Compute power in the cloud


This page describes available processing power options on the public cloud. The basic rate per hour is taken to be on demand meaning that once you secure the machine you keep it for as long as you like. There are also pre-emptible instances which can be taken out of your control on short notice. These are available in lower quantity and at considerably reduced cost (40% to 20% or less of the on-demand rate typically.)

AWS Instance Types [Azure Virtual Machine types] (

Basic Thesis

On cost: The more powerful the cloud VM the more it costs per hour; and obviously it will complete a given task more quickly; so there is the potential to benchmark different instance types to optimize. To first order however one can take them to be cost-equivalent and simply work empirically by timing your compute tasks.

On limits and runaway cost: Contact your cloud vendor and request a limit increase if you are unable to get the number of machines at once that you need. A limit is initially in place to prevent you from running up a huge bill accidentally via a typo in a configuration file. If for example your script requests 20 machines but you type ‘200’ you could find yourself spending thousands of dollars per hour. Another good way to incur these kinds of accidental charges is to allow your access keys to wind up on GitHub. So there are some pitfalls in using the cloud without knowing what you are doing; and there is consequently a learning curve. The first rule is ‘always test at small scale before scaling up’. The second rule is ‘know how to operate without putting your account access at risk of theft.’

On computing scale we do enjoy sharing this AWS case study using the Rosetta protein folding software.

GPU-based cloud instances

A comparison of $/GPU/hour on V100s gives preemptible rates of .93/.61/.84 dollars per GPU per hour for AWS, Azure and Google respectively. The on-demand rates are respectively 3.06/3.06/2.95 dollars per GPU per hour. These feature the current generation: NVIDIA Tesla V100 GPUs. Prior-generation GPUs (P100, P4, K80, M60) are also available at commensurately lower rates. These data are subject to change.

Note that data for Tensorflow Processing Units (TPUs) are still pending; available only on Google Cloud Platform.

Summary for high-end instances, 3 cloud providers

Vendor Instance $/GPU/hr preemptible $/GPU/hr on-demand Description
AWS p3.16xlg 0.93 3.06 32 core, V100 GPUs x 8
Azure NC24 v3 0.61 3.06 24 core, V100 GPUs x 4
Google n1-highmem-64 0.84 2.95 32 core, V100 GPUs x 8

Cost per hour (notice these prices are not scaled by number of GPUs)

Vendor Instance $/hr preemptible $/hr on-demand Description
AWS p3.2xl 1.36 3.06 4 core E5-2686 v4; 1 V100 GPU x (5120 CUDA + 640 Tensor cores)
  p3.8xl 3.77 12.24 16 core E5-2686 v4; 4 V100 GPU x (5120 CUDA + 640 Tensor cores)
  p3.16xl 7.47 24.48 32 core E5-2686 v4; 8 V100 GPU x (5120 CUDA + 640 Tensor cores)
  g3.4xl 0.35 1.14 8 core E5-2686 v4; 1 M60 GPU x (2048 cores, 8 GiB video memory)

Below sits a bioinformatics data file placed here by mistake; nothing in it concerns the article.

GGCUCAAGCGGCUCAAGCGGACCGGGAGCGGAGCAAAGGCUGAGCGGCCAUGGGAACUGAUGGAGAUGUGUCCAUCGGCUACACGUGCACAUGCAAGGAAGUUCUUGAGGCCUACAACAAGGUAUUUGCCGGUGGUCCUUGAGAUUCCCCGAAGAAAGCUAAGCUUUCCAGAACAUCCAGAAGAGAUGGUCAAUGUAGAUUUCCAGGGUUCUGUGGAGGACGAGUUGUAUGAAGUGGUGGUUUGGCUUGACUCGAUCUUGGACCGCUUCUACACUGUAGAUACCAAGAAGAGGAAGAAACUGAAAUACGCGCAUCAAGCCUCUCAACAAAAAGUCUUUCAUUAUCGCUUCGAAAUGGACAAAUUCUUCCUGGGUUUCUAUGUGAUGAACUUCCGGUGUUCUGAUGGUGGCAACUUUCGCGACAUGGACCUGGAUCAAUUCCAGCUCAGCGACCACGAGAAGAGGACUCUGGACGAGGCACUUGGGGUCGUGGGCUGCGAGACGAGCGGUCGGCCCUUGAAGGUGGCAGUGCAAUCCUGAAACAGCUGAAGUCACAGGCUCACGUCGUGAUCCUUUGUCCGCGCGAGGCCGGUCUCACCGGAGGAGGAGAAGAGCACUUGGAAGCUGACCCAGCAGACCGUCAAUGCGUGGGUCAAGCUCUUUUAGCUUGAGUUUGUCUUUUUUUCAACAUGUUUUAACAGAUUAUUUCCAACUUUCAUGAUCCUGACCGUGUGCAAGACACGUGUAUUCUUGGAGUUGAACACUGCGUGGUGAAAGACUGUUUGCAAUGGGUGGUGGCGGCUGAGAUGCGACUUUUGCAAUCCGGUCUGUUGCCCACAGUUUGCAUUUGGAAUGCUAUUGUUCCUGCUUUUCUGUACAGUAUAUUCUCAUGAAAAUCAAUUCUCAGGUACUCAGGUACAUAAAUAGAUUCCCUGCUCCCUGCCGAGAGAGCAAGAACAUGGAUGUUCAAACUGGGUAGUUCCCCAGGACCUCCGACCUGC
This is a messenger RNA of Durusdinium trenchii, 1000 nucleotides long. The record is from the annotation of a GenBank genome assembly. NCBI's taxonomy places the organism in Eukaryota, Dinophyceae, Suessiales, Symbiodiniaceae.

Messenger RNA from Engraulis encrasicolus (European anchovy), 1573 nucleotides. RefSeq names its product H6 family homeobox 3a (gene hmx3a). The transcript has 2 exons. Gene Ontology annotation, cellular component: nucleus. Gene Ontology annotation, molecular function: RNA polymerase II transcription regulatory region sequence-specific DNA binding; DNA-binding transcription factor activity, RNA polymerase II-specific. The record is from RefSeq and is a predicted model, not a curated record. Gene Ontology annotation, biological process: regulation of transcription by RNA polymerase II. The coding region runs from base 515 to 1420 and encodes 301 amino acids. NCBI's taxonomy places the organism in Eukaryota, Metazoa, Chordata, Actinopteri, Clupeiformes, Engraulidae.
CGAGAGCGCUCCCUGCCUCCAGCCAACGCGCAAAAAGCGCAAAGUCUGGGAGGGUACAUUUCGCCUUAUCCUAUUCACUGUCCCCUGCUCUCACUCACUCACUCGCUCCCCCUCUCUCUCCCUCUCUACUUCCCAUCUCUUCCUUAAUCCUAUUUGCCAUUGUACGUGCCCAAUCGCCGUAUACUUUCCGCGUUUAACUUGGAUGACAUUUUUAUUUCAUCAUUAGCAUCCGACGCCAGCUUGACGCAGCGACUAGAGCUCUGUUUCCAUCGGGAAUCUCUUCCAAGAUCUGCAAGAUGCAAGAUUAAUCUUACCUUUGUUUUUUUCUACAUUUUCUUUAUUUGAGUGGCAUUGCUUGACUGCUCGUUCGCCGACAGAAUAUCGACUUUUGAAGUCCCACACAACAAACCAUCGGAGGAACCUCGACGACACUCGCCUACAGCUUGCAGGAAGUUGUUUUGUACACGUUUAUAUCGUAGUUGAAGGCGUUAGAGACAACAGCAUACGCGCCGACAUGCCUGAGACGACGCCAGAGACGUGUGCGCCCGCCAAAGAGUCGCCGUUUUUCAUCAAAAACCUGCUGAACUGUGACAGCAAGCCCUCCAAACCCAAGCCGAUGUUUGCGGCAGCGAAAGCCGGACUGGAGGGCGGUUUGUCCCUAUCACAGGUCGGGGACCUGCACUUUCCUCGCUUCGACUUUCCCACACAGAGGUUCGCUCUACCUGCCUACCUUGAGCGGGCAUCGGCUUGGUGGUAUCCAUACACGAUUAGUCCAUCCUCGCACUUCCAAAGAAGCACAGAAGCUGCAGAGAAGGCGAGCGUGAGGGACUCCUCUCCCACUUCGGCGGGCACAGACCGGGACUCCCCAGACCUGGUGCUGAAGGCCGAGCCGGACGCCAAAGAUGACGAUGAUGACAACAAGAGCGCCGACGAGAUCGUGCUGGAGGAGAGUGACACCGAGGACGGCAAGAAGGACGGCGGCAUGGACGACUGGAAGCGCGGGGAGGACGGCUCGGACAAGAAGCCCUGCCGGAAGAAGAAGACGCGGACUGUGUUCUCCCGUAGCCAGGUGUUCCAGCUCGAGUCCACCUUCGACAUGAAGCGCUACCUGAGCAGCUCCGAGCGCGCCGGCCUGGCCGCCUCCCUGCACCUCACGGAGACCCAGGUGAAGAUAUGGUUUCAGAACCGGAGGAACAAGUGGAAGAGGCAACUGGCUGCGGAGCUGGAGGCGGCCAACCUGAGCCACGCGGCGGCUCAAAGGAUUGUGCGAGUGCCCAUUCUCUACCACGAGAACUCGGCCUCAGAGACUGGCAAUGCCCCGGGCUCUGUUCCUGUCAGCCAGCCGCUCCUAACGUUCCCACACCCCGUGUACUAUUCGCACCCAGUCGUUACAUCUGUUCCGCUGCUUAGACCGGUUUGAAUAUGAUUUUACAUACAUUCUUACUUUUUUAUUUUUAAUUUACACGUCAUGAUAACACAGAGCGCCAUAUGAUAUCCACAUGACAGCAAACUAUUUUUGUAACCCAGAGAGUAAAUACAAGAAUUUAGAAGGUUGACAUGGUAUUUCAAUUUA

g3.8xl 0.68 2.28 16 core E5-2686 v4; 2 M60 GPU x (2048 cores, 8 GiB video memory)
  g3.16xl 1.37 4.56 32 core E5-2686 v4; 4 M60 GPU x (2048 cores, 8 GiB video memory)
  g3s.xl 0.23 0.75 2 core E5-2686 v4; 1 M60 GPU x (2048 cores, 8 GiB video memory)
Azure NC6 0.18 0.90 6 core 1 K80 GPU
  NC12 0.36 1.80 12 core 2 K80 GPU
  NC24 0.72 3.60 24 core 4 K80 GPU
  NC24r 0.79 3.96 24 core 4 K80 GPU with low latency high throughput network interface
  NC6 v3 0.61 3.06 6 core 1 V100 GPU
  NC12 v3 1.22 6.12 12 core 2 V100 GPU
  NC24 v3 2.45 12.24 24 core 4 V100 GPU
  NC24r v3 2.63 13.47 24 core 4 V100 GPU with low latency high throughput network interface
Google n1-highmem-8 0.84 2.95 4 core, 1 GPU V100
  n1-highmem-16 1.68 5.91 8 core, 2 GPU V100
  n1-highmem-32 3.36 11.81 16 core, 4 GPU V100
  n1-highmem-64 6.72 23.63 32 core, 8 GPU V100

General notes

  • Rates shown are for Linux. Windows users might find Azure pricing advantageous.

Microsoft Azure notes

  • Azure preemptible instances are ‘Low-Priority VMs’ available through Azure Batch Service

Google Cloud Platform notes

  • Add: Instance base rate (e.g. $0.10 / hr preemptible) plus per-GPU rate (e.g. $0.74 per Tesla V100 per hour preemptible)
  • vCPUs are counted as with AWS: Number of cores x 2 hyperthreads each

AWS notes

  • AWS uses ‘virtual CPUs’ or vCPU as a metric = 2 x number of cores via hyperthread
  • Preemptible prices (AWS Spot instances) subject to variability
  • p3 instances use V100 GPUs and Xeon E5-2686 v4 (Broadwell) processors; NVLink for GPU-GPU communication
  • p2 instances (not listed in the table above) use K80 GPUs and Xeon E5-2686 v4s; GPUDirect for GPU-GPU communication
  • g3 instances use NVIDIA Tesla M60 GPUS and Xeon E5-2686 v4 (Broadwell) processors

Topics for further elaboration

  • TPUs available from Google: How much do they run, performance comparison, development platform comparison
  • Threads, vCPUs, hyperthreading, blades…
  • Machine characteristics
  • Distinction between metal and various VM configurations
  • Testing guidelines
  • Overview of types and categories by vendor